Multiple Languages in Education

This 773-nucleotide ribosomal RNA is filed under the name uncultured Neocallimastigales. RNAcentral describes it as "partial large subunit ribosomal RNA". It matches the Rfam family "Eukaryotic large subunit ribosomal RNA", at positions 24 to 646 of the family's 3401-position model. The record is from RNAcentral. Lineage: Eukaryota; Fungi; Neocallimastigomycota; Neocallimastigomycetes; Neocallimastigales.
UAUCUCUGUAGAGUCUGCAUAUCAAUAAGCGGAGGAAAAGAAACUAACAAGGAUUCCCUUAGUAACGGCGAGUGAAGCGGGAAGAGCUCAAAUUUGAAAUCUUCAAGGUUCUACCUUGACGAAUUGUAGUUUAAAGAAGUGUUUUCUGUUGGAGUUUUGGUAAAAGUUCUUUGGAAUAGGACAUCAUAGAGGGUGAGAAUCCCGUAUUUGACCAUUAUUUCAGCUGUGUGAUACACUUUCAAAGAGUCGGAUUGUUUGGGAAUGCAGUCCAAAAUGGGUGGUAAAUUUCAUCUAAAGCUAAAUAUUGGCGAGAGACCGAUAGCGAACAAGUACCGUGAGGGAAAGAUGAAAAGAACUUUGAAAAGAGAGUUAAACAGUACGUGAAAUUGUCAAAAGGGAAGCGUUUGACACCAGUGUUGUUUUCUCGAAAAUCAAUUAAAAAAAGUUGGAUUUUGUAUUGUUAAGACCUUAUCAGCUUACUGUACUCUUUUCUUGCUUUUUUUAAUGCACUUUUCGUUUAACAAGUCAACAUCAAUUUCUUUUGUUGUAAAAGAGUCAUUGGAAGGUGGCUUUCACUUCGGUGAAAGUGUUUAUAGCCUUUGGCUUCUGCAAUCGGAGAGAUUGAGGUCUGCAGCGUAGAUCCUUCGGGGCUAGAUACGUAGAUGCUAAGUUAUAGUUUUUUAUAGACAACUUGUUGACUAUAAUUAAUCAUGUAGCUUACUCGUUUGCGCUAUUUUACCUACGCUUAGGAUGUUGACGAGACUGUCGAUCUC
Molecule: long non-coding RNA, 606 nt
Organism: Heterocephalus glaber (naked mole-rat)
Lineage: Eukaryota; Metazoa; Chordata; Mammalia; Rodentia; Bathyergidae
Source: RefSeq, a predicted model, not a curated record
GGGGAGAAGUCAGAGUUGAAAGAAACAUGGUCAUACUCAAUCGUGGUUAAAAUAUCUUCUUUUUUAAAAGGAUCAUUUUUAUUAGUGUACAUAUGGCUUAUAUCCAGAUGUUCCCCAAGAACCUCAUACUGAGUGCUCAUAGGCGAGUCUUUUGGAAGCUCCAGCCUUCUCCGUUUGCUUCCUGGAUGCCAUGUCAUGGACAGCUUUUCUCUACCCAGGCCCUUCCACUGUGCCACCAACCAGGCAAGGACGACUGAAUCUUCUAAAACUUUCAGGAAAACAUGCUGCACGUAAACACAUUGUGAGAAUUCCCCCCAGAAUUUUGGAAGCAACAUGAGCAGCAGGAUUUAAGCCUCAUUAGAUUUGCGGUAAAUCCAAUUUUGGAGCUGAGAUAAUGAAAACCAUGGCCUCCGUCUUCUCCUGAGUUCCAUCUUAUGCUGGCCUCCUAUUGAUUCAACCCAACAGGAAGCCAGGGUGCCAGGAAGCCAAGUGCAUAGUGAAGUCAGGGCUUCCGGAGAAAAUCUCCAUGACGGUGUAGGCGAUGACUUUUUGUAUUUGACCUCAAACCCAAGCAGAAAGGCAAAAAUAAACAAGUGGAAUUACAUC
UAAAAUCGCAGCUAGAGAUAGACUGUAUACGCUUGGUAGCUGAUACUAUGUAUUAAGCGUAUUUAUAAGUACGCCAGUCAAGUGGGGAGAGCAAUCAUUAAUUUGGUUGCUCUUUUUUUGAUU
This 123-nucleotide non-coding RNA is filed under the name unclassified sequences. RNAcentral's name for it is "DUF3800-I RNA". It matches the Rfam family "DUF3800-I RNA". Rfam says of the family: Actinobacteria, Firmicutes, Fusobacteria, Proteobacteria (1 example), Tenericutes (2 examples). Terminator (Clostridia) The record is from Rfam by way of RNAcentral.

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The use of multiple languages in educa- tion may be attributed to, or be a reflection of, numerous factors such as the lin- guistic heterogeneity of a country or region (e.g., Luxembourg or Singapore); specific social or religious attitudes (e.g., the addition of Sanskrit to mark Hin- duism or Pali to mark Buddhism); or the desire to promote national identity (e.g., in India, Nigeria, the Philippines). In addition, innovative language education programs are often implemented to promote proficiency in international lan- guage(s) of wider communication, together with proficiency in national and re- gional languages. The composite portrait of language education policies and prac- tices throughout the world is exceedingly complex—and simultaneously fascinat- ing. In Eritrea, for instance, an educated person will likely have attended some portion of schooling taught via Tigrigna and Arabic and English—and developed proficiency in reading these languages, which are written using three different scripts (Geez, Arabic, and Roman)! In Oceania, to take a different example, lin- guists estimate that a mere 4% of the world’s population speaks approximately 20% of the world’s 6,000 languages. In Papua New Guinea, a country that has a population of approximately 3,000,000, linguists have described more than 870 languages (Summer Institute of Linguistics 1995). There, it is common for a child to grow up speaking one local indigenous language at home, another in the mar- ket place, adding Tok Pisin to her repertoire as a lingua franca, and English if she continues her schooling. Analogous situations recur in many parts of the world such as India, which has declared 15 of its approximately 1,650 indigenous lan- guages to be “official”; or Guatemala, or Nigeria, or South Africa—to name but a few countries in which multilingualism predominates, and in which children are frequently exposed to numerous languages as they move from their homes into their communities and eventually...
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